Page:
Road safety interventions have traditionally been prioritised by looking at absolute number of casualties at different locations. Whilst this helps practitioners identify dangerous locations, it will not capture the relative risk per user of different types of infrastructure or route environment.
To assess how characteristics of the route environment affect injury risk for each individual road user, we need to control for exposure (Vandenbulcke, Thomas, and Int Panis 2014; Vanparijs et al. 2015). Epidemiological methods offer ways of doing this. Case-control studies control for exposure by comparing aggregate injury locations to aggregate control locations, with control locations selected from modelled or measured flow data (Miller et al. 2017; Aldred et al. 2018; Meuleners et al. 2019).
By contrast, in case-crossover studies each person serves as their own control, reducing intrapersonal confounding. Control points are selected from a person’s route prior to injury, as in Teschke et al. (2012). This study uses a similar method, however, using a cycling route prediction algorithm to generate cyclist routes rather than recall.
Methods and Data
Britain’s database for police-reported traffic incidents, Stats19, was used to identify cycle injury locations, with casualty home postcode data provided via Transport for London (TfL). Between 2016-2018, 13,700 cycling injuries were reported to police in London. After removing non-London residents and incorrect home postcodes, 11,936 injuries remained.
As we only had home postcode data rather than journey origins, we could only use injuries sustained where a person’s home was likely the starting point. For the purposes of routing, their trip needed to be for utility purposes (A to B; i.e. not a weekend leisure ride which might not follow typical utility routing patterns). Morning commuter travel fits both requirements. Therefore, only collisions occurring between 7-10am on weekdays and involving people over 16 were used. This left a total of 2,876 injury points, most of which (86.7%, or 2,494) were slight injuries. 375 were serious and 7 were fatal.
Routes were predicted between home and injury locations on TfL’s Cynemon network (which contains all roads and other routes that can legally be cycled) using the Network Analyst tool in ArcGIS. The route prediction tool was programmed to use Cynemon generalised costs for commuters, which places route directness above other factors such as infrastructure and traffic volumes. Cynemon is a cycling assignment model which has primarily been developed to support appraisal of cycling interventions and formation of cycling policy. As such, Cynemon can estimate cyclist routes, flows and journey times.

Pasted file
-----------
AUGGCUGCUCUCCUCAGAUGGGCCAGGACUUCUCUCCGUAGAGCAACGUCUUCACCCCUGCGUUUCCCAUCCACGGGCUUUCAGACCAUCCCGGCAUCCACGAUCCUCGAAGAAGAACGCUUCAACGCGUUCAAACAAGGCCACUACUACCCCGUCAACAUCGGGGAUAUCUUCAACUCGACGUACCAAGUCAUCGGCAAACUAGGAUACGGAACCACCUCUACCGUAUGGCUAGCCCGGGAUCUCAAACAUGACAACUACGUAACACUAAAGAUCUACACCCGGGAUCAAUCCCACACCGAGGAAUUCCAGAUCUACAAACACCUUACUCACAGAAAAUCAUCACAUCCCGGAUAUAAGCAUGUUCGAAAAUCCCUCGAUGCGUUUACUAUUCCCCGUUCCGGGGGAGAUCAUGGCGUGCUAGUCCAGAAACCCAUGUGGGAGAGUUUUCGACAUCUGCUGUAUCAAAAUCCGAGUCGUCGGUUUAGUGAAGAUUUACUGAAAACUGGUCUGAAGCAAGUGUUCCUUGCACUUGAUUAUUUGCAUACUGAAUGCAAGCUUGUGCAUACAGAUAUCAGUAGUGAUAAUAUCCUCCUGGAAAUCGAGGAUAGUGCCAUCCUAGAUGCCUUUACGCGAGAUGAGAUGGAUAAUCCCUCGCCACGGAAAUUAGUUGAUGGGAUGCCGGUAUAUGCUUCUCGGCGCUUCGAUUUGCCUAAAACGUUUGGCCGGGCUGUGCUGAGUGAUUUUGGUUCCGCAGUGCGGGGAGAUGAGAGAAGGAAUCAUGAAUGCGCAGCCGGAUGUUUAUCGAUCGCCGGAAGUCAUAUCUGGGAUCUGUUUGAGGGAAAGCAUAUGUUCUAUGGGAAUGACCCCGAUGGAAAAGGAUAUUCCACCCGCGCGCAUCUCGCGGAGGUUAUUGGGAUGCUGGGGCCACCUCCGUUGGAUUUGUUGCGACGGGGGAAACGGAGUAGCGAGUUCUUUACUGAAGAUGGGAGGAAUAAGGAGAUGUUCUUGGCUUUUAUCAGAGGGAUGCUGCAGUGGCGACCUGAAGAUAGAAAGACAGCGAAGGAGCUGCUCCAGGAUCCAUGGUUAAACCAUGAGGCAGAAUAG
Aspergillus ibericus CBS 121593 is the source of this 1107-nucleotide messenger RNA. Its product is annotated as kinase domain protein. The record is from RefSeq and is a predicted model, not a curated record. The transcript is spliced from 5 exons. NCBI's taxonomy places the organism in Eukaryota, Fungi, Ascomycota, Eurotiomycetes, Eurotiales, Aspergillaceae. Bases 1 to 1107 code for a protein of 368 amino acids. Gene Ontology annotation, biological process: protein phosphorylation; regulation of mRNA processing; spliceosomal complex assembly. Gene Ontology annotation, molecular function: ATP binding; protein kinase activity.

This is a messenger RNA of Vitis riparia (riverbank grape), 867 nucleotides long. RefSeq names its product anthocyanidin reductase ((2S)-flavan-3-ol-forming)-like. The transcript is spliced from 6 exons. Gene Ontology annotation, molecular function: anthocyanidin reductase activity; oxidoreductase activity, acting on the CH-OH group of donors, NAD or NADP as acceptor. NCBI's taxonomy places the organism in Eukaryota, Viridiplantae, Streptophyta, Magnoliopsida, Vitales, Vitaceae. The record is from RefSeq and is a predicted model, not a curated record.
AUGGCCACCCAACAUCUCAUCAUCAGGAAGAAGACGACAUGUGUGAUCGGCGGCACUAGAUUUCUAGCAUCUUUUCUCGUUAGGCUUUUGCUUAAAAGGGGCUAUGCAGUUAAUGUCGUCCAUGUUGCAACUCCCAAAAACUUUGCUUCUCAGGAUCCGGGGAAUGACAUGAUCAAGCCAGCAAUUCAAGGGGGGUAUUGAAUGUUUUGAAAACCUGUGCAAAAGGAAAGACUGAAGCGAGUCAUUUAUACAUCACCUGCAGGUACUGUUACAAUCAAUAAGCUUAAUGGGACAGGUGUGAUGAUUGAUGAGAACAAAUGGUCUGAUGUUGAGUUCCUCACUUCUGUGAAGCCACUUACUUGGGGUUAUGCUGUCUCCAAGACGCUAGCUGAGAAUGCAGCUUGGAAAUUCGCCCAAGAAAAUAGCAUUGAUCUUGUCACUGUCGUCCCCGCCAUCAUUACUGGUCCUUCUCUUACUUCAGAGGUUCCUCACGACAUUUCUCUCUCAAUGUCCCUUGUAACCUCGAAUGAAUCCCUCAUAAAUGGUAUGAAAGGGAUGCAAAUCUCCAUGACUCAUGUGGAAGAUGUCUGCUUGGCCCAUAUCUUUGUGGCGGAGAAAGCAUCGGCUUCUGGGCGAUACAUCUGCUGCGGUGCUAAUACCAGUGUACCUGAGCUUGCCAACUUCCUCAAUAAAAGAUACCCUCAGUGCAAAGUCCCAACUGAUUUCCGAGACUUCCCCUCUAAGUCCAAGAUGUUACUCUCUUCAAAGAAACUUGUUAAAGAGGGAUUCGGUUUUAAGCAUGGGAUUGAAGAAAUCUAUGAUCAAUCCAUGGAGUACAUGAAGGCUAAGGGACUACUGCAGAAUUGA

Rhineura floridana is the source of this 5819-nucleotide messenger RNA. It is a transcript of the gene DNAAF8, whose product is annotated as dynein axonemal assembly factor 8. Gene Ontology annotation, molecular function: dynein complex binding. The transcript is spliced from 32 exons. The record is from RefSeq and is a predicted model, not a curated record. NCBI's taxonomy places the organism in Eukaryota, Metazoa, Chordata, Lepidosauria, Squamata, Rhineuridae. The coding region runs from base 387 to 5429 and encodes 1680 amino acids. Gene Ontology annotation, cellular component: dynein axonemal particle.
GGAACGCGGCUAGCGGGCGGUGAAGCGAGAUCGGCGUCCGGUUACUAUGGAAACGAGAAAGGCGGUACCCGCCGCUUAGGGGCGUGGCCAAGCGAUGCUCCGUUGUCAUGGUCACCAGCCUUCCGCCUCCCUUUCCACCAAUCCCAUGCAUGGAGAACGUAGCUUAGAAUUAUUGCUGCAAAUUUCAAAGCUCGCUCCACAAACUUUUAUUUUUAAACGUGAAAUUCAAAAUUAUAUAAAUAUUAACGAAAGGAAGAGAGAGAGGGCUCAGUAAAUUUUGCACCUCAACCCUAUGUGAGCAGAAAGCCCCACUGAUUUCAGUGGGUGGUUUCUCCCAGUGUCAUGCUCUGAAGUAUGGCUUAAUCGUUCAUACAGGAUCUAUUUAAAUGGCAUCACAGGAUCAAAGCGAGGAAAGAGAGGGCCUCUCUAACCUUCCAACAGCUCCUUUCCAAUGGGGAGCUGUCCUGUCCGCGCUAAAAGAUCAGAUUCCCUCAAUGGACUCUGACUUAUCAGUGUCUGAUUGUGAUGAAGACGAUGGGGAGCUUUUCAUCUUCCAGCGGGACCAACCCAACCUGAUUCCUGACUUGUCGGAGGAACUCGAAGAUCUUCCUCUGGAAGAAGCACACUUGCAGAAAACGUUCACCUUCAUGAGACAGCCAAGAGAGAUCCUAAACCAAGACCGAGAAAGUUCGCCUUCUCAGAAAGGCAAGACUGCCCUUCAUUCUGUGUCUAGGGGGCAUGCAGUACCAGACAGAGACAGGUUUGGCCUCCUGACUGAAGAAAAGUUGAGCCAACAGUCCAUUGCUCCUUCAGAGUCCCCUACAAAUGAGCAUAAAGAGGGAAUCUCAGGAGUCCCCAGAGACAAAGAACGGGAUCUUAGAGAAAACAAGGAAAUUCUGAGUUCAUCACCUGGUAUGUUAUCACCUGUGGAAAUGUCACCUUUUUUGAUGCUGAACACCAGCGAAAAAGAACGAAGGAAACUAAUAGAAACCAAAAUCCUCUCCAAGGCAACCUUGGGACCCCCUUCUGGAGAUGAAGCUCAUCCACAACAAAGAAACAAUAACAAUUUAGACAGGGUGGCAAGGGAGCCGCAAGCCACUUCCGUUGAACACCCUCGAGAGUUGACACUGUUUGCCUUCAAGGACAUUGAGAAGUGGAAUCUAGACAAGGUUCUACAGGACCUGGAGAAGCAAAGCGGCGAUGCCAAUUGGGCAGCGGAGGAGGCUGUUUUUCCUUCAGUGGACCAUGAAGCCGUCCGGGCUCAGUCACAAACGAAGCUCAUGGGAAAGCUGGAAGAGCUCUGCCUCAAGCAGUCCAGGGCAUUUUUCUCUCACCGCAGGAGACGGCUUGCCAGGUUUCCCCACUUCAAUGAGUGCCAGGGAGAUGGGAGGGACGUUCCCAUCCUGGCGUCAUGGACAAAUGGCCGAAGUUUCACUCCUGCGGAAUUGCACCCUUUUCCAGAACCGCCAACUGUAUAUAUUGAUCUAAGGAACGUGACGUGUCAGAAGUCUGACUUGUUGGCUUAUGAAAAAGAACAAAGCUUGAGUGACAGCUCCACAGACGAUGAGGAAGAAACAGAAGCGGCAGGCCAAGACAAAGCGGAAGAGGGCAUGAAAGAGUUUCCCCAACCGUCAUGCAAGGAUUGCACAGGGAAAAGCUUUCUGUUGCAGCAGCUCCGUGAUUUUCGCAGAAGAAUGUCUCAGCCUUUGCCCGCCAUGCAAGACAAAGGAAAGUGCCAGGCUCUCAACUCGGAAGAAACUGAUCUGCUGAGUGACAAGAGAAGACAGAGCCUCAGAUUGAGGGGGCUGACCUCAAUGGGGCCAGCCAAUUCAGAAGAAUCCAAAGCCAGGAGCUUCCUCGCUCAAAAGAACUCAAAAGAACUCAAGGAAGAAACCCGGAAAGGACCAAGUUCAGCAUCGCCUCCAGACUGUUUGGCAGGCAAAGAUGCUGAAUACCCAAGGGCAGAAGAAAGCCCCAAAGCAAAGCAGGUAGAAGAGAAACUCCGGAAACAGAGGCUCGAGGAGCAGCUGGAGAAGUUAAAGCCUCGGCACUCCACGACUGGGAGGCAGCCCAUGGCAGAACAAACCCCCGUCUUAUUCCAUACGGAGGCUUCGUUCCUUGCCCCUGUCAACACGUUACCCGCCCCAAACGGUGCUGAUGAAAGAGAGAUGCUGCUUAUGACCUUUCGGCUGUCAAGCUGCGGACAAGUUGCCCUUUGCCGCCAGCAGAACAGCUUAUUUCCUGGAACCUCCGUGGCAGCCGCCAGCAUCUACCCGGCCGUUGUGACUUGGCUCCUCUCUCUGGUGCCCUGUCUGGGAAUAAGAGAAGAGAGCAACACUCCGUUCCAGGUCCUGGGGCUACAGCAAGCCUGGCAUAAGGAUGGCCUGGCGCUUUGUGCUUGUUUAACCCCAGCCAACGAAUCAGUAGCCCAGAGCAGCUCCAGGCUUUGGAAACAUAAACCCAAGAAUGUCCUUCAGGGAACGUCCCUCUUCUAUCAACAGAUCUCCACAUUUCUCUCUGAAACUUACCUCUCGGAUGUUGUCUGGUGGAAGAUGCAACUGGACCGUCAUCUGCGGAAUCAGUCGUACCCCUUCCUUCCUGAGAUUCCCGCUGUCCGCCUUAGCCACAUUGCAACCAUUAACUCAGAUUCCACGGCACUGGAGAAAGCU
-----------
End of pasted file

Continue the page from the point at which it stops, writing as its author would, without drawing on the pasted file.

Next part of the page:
A control point was introduced for each 3km of a cyclist’s route, i.e. 1 point for routes under 3km, 2 points for routes 3-6km. This method resulted in 5,754 control points, i.e. almost double the number of injury points - which was the target. 80% of control points were for routes under 12km (67% for under 9km). Control points were then selected at random points along the route by using the Random Point Generator tool in ArcGIS. Figure 1 shows the location of these points across Greater London.
Table 1 shows route environment datasets used and sources. Figure 2 illustrates cycling infrastructure in London, taken from the TfL Cycle Infrastructure Database, separated into different types of infrastructure, and Figure 3 provides a composite image of different facility types.
The cycling flow data uses 2016 AM peak hour (08:00-09:00) link flows from Cynemon, which have been calibrated and validated using observed counts. Aggregate temporal and seasonal factors from Strava data were applied to the Cynemon flows to increase precision and better align with the injury data. Temporal factors derived from London Travel Demand Survey (LTDS) data were applied to the pedestrian and traffic flow data. Traffic speed data was obtained from Trafficmaster via DfT: this uses data from GPS-enabled vehicles to generate average flows at peak and off-peak times.
Road classes were ‘A’, ‘B’, ‘C’ and ‘Other’. A roads are primary roads, which include TfL-managed ‘red routes’, carrying up to 30% of London’s traffic despite only making up 5% of roads. B roads are secondary roads, while C roads tend to connect local roads with A or B roads, and ‘Other’ roads include residential and private roads.